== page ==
Harold's Corral sign, in the heart of Cave Creek, now using the slogan "Where the West Begins!"
PHOENIX — For 66 years, Scottsdale has playfully called itself “The West’s Most Western Town,” a nod to its early years of hitching posts, Western storefronts and long-gone dude ranches that have been overtaken by contemporary high rises and South Beach-style nightclubs.
The shift toward a more urban metropolis — more Los Angeles, less Wickenburg — has prompted some people to ask: Is it time for Scottsdale to find a new slogan?
“When is the last time you’ve seen a bolo tie or a cowboy hat and boots on a gentleman in our stores, bars or restaurants?” wrote resident Patricia Dooher in a letter to the editor to the Scottsdale Republic this month.
Dooher urged the City Council or Chamber of Commerce to sponsor a contest to find a more appropriate nickname.
In recent years, Scottsdale has made efforts to promote and retain its Western brand, pumping millions of dollars into an expansion at the Tony Nelson Equestrian Center at West World and planning a Scottsdale Museum of the West, set to debut late next year.
The city still boasts a number of Old West-themed businesses, including Pinnacle Peak Patio, Greasewood Flat and the Rusty Spur Saloon. The annual Parada del Sol is still held in the city each winter, featuring plenty of riders on horseback, and a rodeo is held at WestWorld.
But other Western haunts have come and gone.
The Rawhide Western Town entertained visitors for 34 years before trotting out of town in 2005, relocating to the Gila River Indian Community near Chandler. The shuttered Pink Pony Steak House, Old Town Scottsdale’s oldest restaurant, plans to reopen this year after an extensive remodel.
While “not totally opposed” to a change in the motto, Mayor Jim Lane said he is “personally tied with the Western heritage.”
“I would hate to lose that,” he said. Scottsdale can maintain its Western image and still be modern, Lane said.
Saying Scottsdale “can’t stand still and be in 1910 forever,” Lane offered a slight change to the slogan.
“I think people have a vision of a more antique look for a Western town. Horses in the street, gun belts on everyone’s hip,” Lane said. “Are we losing that? Sure, we are losing that. But we’re becoming the New West’s most Western town.”
In recent years, Scottsdale has seen a proliferation of trendy bars and nightclubs in part of its downtown, just a short drive north of its traditional Old Town area that seeks to retain a Western flair.
In addition, high-end shopping centers, luxury resorts and homes, golf courses and high-profile events such as the Barrett-Jackson collector-car auction, Waste Management Phoenix Open and spring-training baseball have drawn more attention than the Parada del Sol and its related rodeo each winter-visitor season.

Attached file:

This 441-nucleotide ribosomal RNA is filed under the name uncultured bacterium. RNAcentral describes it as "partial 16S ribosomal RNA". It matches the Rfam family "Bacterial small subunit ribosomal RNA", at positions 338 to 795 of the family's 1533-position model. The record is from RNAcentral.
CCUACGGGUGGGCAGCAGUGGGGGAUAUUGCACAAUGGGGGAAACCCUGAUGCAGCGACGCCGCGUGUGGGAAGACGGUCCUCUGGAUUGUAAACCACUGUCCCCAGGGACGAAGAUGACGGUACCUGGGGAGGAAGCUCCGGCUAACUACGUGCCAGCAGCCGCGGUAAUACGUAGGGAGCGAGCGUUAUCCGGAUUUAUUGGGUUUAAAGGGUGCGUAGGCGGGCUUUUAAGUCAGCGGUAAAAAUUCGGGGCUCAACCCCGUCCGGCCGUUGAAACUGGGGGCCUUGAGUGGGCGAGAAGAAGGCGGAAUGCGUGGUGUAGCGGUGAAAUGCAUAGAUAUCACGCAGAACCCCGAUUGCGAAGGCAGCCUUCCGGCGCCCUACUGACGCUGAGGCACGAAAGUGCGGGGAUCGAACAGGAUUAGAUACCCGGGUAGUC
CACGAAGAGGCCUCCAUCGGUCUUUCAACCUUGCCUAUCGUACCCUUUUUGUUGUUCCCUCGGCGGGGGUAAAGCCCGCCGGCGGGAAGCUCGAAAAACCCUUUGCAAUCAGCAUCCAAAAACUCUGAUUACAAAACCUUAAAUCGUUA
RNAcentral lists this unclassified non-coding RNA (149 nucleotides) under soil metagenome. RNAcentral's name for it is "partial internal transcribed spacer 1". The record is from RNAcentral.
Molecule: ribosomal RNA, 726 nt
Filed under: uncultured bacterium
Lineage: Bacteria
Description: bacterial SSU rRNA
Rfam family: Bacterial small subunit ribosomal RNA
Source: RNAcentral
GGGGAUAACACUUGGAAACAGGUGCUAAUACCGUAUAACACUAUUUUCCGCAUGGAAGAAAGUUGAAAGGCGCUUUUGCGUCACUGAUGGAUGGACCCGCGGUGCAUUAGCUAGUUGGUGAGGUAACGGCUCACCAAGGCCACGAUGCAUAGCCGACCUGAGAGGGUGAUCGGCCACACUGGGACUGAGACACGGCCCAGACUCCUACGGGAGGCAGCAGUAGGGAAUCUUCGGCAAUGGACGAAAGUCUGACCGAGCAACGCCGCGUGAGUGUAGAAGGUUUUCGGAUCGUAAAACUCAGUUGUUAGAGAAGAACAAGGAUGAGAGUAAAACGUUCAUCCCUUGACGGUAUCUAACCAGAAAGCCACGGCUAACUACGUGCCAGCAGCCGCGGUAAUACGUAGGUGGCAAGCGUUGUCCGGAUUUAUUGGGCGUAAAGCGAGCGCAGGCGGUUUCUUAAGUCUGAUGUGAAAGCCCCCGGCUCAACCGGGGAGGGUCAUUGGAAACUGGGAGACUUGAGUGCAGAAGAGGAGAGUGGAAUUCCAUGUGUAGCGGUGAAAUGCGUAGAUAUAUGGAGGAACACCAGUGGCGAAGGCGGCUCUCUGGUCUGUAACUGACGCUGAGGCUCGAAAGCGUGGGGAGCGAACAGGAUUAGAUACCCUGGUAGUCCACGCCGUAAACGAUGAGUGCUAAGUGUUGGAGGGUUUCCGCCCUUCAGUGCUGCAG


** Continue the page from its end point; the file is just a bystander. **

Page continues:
City officials also have drawn criticism for its recent approval of several high-rise apartment and condominium projects. Critics suggest the buildings will change the landscape and harm the city’s long-time appeal.
Dan Semenchuk, a downtown Scottsdale advocate and unofficial spokesman for the area, said he moved there with his wife from Denver in 1980.
“We’ve always felt that Denver, as well as the surrounding cities of Cave Creek, Wickenburg and Prescott, have more Western character than Scottsdale,” he said.
If there is a “West’s Most Western Town” in Arizona, “it should probably be Tombstone,” he said.
Despite the changes, traditionalists aren’t about to turn over the slogan anytime soon.
City Councilman Bob Littlefield said the decades-old motto is part of Scottsdale’s cache, designed to lure visitors hankering for a taste of the Old West.
“What would the right slogan be? ‘Just another suburb of Phoenix’?” he asked. “Of course Scottsdale isn’t a Western town anymore, in the sense that we’re not riding around on horses and cleaning up horse poop. As I’ve said a million times, people come to Scottsdale because Scottsdale is different and better. If we’re just like Tempe, Glendale or Apache Junction, why would people want to come here?”
Cave Creek is the latest Arizona town to jockey for the title. The Cave Creek Merchants & Events Association was talking of developing a “friendly” competition between the neighboring communities, which could take place just before Cave Creek’s Wild West Days in early November, said Fran Booth, membership director of the association. But under threat of a suit for copyright infringement, threatened by Scottsdale, the Town of Cave Creek dropped any plans to adopt the slogan "where the Wild West lives!" Except that is the slogan for Deadwood, South Dakota.. . . oh well!